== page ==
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Comment Re:Throw the book... maybe literally at him. (Score 2) 220

The thing is that mining bitcoins is not really a supercomputer task. It is an "embarassingly parallel" problem - you could get some PCs and connect them over 9600bps serial ports, and it would hardly be any different to using the fastest network to connect them together. There is not that much communication needed between the parts of the cluster. A true supercomputer usually has fast, specialized interlink hardware between the compute nodes so it can work on problems which are somewhat less parallelizable, requiring more communication between the nodes. That is why it is expensive, and expensive to hire computing time on it, and yet it doesn't perform any better at bitcoin mining than a simple-minded farm of commodity hardware. (And for bitcoin mining, either of those will be blown out of the water by specialized ASICs.)

Comment Re:"provides marketplace platforms" (Score 2) 93

I don't think market cap is a good measure of size. If it were, then during the dotcom boom various online pet food suppliers, etc, which had barely any assets, employees or customers, would have counted as 'bigger' than more boring companies with a much greater footprint in the real world. Similarly, a large company may head towards bankruptcy and as it does so its market cap heads towards zero. But even if it is sold for a nominal price of one dollar, it is still a big company by any reasonable measure.

Comment Re:where do I sign? (Score 1) 520

There's no issue getting 3840x2160 resolution with any even half-recent video card. I drive a T221 (3840x2400) from a five year old Dell laptop; these displays first appeared a decade and a half ago when PCs were much slower than today. Admittedly, if your new monitor takes Displayport you will need a video card capable of outputting that. Now, if you want to play games at 3840x2160 at 60Hz refresh, you're going to need some pretty serious hardware. But that has nothing to do with using the display for programming or office tasks. 30Hz refresh is quite comfortable for that.

Comment Re:No Sympathy (Score 1) 413

Why on earth would you choose to base your product (something that presumably companies will use for many, many years) on something that will have no security support in just 4 months?

You wouldn't. You based it on something that would be supported for several years when you made the decision back in 2006. It's just that schedules being as they are, it has taken that long to develop the product and get it to market.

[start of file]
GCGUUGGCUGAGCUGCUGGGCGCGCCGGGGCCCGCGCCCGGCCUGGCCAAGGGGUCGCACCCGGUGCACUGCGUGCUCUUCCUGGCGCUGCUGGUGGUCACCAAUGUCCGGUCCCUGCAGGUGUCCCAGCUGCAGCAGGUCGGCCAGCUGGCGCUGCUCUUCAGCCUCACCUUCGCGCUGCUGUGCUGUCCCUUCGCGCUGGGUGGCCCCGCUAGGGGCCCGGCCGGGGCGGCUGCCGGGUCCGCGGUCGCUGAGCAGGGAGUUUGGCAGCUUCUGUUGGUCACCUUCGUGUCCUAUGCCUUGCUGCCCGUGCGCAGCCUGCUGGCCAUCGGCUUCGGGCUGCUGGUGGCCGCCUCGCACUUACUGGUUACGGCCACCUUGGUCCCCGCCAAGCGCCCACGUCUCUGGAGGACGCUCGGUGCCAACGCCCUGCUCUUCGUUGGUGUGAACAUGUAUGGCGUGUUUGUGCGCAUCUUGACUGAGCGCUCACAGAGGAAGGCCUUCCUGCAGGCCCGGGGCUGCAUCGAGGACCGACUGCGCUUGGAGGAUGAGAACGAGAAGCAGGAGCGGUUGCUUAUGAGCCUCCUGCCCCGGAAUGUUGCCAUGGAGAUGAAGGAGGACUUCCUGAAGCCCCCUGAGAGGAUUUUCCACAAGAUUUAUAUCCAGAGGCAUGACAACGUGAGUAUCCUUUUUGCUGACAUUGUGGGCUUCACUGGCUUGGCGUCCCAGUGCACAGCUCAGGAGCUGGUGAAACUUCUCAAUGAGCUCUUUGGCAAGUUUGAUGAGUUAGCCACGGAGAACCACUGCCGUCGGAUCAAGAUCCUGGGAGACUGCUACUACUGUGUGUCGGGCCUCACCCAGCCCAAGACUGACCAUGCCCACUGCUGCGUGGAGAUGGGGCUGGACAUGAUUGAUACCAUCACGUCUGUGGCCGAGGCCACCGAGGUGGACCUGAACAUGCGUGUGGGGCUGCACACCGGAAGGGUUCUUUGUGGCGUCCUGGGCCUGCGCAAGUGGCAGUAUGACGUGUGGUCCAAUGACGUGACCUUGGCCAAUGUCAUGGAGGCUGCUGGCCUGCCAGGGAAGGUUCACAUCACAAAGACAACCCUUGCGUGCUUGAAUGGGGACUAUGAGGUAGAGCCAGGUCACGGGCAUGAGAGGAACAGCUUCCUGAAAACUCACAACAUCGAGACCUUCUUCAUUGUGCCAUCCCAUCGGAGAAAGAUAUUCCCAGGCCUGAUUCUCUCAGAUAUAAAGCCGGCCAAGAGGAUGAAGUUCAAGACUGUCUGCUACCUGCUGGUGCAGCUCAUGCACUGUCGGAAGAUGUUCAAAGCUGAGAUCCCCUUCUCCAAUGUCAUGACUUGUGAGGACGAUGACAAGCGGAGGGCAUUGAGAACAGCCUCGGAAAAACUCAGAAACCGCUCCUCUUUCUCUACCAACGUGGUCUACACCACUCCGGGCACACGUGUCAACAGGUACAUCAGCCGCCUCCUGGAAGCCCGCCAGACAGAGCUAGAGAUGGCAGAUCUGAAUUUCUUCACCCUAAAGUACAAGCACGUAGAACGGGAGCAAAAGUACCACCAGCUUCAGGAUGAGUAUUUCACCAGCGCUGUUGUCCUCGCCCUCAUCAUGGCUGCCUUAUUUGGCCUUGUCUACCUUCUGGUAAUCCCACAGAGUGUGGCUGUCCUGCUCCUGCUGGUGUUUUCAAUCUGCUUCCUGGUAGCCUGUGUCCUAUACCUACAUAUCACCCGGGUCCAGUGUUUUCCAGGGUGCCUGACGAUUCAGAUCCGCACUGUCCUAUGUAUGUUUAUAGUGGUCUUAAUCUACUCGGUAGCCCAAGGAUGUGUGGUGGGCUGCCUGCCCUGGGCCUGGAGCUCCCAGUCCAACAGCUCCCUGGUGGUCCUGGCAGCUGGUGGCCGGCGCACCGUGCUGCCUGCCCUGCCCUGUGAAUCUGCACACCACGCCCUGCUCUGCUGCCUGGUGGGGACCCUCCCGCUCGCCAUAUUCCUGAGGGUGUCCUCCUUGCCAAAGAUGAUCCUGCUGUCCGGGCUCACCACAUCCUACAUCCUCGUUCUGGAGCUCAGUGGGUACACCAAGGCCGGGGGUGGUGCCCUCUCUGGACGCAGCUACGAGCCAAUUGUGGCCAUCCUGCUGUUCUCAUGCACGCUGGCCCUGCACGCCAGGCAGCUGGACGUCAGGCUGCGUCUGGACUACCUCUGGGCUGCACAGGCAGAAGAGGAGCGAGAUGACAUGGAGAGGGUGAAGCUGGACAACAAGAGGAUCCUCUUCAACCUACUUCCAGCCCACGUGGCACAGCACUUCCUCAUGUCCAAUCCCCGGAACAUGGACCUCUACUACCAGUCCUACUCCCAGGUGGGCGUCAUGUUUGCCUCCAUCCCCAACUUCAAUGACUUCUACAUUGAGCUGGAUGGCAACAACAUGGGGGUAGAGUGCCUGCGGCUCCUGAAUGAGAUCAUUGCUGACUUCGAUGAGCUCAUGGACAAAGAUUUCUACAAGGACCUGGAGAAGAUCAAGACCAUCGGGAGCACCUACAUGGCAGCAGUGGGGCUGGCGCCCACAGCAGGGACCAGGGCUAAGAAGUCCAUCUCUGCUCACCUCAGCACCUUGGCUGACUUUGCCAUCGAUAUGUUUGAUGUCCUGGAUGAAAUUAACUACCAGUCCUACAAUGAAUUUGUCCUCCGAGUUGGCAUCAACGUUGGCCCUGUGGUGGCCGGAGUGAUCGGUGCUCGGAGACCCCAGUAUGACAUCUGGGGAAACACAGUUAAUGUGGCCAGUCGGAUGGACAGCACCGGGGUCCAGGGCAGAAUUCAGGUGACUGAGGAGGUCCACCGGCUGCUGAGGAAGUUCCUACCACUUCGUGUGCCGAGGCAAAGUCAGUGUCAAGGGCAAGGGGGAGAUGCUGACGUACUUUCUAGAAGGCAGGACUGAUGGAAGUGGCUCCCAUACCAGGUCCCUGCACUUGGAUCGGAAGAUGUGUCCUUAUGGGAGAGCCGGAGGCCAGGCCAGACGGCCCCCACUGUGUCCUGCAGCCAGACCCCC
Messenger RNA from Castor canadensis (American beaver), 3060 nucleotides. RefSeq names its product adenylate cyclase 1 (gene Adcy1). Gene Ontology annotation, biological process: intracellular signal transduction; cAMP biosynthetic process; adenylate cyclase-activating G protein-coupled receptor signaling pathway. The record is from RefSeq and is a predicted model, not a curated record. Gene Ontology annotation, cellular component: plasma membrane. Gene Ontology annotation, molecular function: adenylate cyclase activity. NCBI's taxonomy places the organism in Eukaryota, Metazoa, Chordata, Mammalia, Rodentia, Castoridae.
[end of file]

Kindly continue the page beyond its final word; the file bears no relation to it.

In the land of dinosaurs, where Big Companies do Stupid Things, it is fairly common for new products to be launched and then the whole platform end-of-lifed soon after. It's nobody's fault in particular, just how decisions get made.

Comment Re:Yawn ... (Score 2) 205

There should be some way to sell computing power to cloud customers. Like a live-CD Linux distribution you boot, and it connects to some online exchange to see if anyone wants to rent virtual machines. If nobody is offering enough cash to cover your power costs then it sends the machine to sleep. However, CPU power efficiency improves fast enough that even if the hardware is free and sitting idle in your garage, you still might not be competitive with specialist cloud providers. (Then there are the inevitable issues about data privacy, reliability etc.)

Comment Re:Matte screen (Score 1) 155

Panasonic's Toughbook rugged laptops have colour transflective displays. But the colours start looking washed out in bright sunlight, so perhaps the transflective part is black and white only somehow. And the readability in direct sunlight is not quite what the marketing wants you to believe - you're still better off finding some shade.

Comment Re:Unusable aspect ratio (Score 1) 94

Yeah I'm just talking about the aspect ratio and resolution. Another good example would be the 'retina' Macbook Pros - they are also 16:10 though not quite such a high number of pixels (the 15" has 3/4 as many pixels on both axes as the T221). But since you mention it, I wouldn't agree that a slow refresh rate or poor colour gamut rules out 99% of uses. Probably only about 5% of users require colour accuracy; the T221 is no worse than most monitors, photos look pretty good on it. (I use a wide-gamut monitor too but for day-to-day use it makes no difference.) Even a 24Hz refresh rate is enough for text-based work such as programming, office apps or web browsing. So don't knock it till you have tried it!

Comment Re:Resolution (Score 1) 397

Vista reverts to "fractional scaling", where it simply does a bilinear upscale of the application window, resulting in a blurry, god-awful mess where nothing was rendered natively.

I have to say I've never seen this on either XP or Win7. Perhaps it helps to have exactly 200% scaling so everything can be enlarged exactly. But as far as I can see, programs that aren't scaling aware (such as the command prompt window) are just rendered unscaled. Maybe it is because I have Aero turned off.

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